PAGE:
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Groupthink - our biggest challenge

A short trip around the Finextra website can clearly demonstrate that there's no shortage of potential solutions to support the risk identification and management process.  There's systems, tools and advice available in spades. So why, with all of this help available, do crises occur?  I'm convinced that it's attitude, not the lack of systems, that creates crises either on a corporate or global scale.  And it all stems from a concept known as Groupthink - a concept that was identified by social psychologist Irving Janis in 1972. 

The principle attributes of groupthink are defined as:

  1. Illusion of invulnerability -Creates excessive optimism that encourages taking extreme risks.
  2. Collective rationalization - Members discount warnings and do not reconsider their assumptions.
  3. Belief in inherent morality - Members believe in the rightness of their cause and therefore ignore the ethical or moral consequences of their decisions.
  4. Stereotyped views of out-groups - Negative views of the "enemy" make effective responses to conflict seem unnecessary.
  5. Direct pressure on dissenters - Members are under pressure not to express arguments against any of the group's views.
  6. Self-censorship - Doubts and deviations from the perceived group consensus are not expressed.
  7. Illusion of unanimity - The majority view and judgments are assumed to be unanimous.
  8. Self-appointed ‘mindguards' - Members protect the group and the leader from information that is problematic or contradictory to the group's cohesiveness, view, and/or decisions.  

 Does any of that sound familiar? Have we seen this before?  Take a look at the table below:

HBOS prior to the 2007 Banking Crisis

Fired their Chief Risk Officer for flagging excessive risk taking

Barings Collapse

Internal audit warnings ignored, SIMEX letters rationalised and ignored


Internal audit warnings ignored regarding segregation of duties and effectiveness of back office processes

Caisse d'Epargne

Not an exhaustive survey by any means, but enough anecdotal evidence to support the principle that Groupthink has played a major part in these crises.  Why else would these internal risk issues be ignored and in some cases, the messenger promptly dismissed.  The problem is, how do we deal with Groupthink, particularly when it's senior management who are leading the charge?  More rules, strengthening of risk , audit and compliance departments won't help when the management team just won't listen and takes action to bury the unwanted news of a "dissenter".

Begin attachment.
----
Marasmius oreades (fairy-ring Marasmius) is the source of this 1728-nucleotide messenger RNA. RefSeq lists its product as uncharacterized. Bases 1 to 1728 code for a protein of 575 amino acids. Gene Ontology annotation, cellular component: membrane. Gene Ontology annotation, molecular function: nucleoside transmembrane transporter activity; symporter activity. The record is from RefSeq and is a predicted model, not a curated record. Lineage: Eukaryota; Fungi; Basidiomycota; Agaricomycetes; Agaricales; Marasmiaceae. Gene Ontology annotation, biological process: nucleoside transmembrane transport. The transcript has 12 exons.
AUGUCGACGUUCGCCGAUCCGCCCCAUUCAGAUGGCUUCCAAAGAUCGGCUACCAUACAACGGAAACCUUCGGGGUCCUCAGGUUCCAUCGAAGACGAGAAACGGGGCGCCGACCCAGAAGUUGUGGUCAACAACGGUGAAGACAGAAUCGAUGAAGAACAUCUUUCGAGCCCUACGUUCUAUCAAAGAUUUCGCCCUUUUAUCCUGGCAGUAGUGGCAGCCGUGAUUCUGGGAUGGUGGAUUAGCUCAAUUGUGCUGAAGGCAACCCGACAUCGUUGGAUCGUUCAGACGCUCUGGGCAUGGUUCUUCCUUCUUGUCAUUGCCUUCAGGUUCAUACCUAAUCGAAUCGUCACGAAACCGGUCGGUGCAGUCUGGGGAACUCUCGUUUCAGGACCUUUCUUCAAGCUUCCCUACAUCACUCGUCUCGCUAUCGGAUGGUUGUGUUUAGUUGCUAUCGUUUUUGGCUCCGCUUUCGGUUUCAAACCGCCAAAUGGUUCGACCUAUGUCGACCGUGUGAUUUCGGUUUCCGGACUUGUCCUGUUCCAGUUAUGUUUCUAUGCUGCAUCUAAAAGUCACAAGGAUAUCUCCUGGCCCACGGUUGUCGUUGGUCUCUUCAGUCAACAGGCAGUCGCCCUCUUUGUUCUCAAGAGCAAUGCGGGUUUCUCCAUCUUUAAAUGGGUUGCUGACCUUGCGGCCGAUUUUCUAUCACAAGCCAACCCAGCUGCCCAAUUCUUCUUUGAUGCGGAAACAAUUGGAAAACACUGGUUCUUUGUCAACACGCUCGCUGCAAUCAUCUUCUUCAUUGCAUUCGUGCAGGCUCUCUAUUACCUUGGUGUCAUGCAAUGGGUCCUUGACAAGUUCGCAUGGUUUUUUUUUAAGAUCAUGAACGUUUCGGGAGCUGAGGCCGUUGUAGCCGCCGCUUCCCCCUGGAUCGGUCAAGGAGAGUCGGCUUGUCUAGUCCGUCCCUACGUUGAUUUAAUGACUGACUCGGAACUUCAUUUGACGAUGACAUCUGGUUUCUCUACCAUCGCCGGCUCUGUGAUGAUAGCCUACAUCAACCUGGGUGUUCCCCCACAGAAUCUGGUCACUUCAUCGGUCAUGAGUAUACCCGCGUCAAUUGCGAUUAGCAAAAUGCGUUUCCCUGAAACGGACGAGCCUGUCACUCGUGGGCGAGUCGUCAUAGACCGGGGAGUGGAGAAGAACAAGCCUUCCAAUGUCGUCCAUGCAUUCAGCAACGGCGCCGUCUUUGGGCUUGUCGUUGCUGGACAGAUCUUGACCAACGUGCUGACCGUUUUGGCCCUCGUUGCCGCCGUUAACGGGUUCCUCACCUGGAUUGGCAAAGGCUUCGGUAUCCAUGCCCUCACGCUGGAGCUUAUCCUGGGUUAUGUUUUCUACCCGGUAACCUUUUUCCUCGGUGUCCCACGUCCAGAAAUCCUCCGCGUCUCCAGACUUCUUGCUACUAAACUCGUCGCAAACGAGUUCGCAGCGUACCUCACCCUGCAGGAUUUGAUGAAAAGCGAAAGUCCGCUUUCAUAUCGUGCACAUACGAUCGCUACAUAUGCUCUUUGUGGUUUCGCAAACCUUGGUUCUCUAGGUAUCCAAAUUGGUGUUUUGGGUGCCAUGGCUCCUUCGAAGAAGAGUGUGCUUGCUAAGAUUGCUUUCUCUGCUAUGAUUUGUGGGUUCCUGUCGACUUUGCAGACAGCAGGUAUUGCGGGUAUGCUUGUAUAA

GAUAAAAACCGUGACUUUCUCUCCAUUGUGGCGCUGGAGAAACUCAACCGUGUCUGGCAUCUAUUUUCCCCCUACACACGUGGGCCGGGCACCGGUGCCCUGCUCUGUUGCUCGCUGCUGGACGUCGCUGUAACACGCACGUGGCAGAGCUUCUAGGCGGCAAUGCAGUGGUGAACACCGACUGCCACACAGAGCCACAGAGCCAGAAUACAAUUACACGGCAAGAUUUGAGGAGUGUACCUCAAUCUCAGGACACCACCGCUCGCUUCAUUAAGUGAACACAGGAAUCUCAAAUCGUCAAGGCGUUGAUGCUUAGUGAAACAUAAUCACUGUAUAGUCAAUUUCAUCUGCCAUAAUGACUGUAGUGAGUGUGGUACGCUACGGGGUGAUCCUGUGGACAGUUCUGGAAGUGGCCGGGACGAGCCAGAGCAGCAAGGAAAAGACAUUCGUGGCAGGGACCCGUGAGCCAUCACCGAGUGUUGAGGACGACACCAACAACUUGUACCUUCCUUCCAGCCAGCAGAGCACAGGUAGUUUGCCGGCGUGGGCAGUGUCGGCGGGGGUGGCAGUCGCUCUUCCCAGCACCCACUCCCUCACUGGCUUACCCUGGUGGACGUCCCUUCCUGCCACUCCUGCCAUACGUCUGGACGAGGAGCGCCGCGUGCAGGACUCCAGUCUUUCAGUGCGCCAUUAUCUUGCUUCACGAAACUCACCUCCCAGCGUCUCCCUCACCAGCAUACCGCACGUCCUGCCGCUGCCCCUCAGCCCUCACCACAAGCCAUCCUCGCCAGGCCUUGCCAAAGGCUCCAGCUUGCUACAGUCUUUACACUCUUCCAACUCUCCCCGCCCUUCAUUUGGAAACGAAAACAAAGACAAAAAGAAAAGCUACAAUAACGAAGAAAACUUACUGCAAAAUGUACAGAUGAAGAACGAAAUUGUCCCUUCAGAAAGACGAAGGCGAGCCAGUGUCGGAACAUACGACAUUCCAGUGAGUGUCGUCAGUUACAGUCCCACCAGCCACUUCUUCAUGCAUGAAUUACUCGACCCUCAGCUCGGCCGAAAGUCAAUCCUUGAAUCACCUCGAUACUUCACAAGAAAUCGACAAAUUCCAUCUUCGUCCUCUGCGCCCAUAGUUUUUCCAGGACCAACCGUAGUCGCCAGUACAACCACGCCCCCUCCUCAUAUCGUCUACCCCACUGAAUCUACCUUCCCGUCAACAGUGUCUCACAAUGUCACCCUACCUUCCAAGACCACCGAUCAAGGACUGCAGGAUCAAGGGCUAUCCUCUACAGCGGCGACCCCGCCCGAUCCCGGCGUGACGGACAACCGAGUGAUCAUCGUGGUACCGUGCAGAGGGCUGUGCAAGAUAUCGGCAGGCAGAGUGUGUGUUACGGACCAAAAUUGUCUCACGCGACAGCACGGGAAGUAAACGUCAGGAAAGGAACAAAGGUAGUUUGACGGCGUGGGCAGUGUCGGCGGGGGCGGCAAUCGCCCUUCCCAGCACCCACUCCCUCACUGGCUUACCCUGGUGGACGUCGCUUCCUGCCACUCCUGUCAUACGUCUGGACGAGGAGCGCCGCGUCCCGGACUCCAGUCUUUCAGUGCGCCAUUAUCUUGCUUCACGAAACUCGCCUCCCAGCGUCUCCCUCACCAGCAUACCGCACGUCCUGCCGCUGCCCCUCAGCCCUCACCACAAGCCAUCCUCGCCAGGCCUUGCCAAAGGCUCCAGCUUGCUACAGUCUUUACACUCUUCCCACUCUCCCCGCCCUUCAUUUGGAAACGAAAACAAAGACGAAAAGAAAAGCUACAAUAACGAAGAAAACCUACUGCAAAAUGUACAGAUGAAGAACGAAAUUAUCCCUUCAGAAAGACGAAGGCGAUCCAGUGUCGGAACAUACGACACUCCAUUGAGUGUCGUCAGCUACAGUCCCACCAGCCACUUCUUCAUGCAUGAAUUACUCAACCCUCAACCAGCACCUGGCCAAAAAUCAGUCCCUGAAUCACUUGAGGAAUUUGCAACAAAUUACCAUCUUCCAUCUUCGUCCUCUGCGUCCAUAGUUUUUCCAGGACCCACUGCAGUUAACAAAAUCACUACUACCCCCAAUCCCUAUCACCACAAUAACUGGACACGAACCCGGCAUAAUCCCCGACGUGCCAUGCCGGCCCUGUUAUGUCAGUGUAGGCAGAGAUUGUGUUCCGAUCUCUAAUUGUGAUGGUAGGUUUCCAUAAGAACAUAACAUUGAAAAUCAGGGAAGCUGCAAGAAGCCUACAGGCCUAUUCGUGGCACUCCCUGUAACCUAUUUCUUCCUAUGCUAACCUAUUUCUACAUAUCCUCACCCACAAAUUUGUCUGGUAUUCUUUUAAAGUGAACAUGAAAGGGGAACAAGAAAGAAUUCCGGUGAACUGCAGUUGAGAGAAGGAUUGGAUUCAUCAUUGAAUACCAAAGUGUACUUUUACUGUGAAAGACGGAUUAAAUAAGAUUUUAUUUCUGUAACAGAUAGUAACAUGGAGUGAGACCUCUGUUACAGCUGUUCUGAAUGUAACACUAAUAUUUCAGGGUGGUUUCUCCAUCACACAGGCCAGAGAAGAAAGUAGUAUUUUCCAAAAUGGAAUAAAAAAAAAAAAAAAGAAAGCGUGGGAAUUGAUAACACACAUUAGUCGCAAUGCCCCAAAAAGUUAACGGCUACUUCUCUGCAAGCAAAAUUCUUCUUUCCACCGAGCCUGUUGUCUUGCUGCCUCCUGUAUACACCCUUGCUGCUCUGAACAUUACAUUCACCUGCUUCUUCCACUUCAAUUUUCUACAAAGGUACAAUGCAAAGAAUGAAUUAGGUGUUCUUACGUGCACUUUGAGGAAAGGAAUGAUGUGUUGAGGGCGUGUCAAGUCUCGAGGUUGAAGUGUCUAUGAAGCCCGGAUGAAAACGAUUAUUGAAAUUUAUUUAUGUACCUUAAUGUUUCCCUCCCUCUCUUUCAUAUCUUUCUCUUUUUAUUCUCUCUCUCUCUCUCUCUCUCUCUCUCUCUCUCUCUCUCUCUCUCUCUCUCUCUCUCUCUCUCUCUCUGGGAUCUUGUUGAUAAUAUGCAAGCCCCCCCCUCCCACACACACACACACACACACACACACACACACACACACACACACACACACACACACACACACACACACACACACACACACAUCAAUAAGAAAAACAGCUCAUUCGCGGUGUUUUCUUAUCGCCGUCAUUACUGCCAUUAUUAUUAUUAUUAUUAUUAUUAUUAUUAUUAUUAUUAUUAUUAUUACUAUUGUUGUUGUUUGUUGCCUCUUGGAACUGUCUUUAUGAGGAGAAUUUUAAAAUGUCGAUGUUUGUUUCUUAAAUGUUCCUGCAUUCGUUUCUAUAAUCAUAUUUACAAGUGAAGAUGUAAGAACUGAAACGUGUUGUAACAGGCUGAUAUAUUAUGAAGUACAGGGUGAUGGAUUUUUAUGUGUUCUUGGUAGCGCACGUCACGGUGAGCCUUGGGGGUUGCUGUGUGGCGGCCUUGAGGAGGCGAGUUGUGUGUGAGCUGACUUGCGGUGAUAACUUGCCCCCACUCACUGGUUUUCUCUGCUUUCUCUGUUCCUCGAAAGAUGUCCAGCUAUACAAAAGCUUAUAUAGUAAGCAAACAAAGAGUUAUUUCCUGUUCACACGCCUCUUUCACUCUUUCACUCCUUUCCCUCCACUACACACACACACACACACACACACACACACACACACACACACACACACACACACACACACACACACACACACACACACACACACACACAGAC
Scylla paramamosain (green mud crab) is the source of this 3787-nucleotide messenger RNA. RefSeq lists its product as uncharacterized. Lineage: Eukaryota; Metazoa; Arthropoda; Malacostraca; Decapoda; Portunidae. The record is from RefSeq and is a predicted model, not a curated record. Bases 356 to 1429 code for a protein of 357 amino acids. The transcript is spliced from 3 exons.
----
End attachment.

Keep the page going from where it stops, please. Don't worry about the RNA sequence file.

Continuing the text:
What's needed, I would suggest, is a system of information exchange between Oversight & Assurance departments with their regulator, so that financial information and prudential returns can be viewed in the light of outstanding control and risk issues.  That way some evidence of a management that refuses to act might make it's way top someone who can do something about it.




Comments: (1)

Elizabeth Lumley
Elizabeth Lumley - Girl, Disrupted - Crayford 26 January, 2011, 12:43Be the first to give this comment the thumbs up 0 likes

Just quickly, Paul Moore was head of regulatory risk (and not the CRO) at HBOS. (if that was who you were talking about). 

Many people argued, at the time, that Paul did not have any oversight over market or credit risk at the bank during his tenure and his memo after the credit crunch was more about protecting his reputation than offering any real insight into the risk management failures at HBOS. 

Before the credit crunch, head of regulatory risk was not exactly a senior position in most banks' risk departments. Compliance is still pretty down the priority list, even today.

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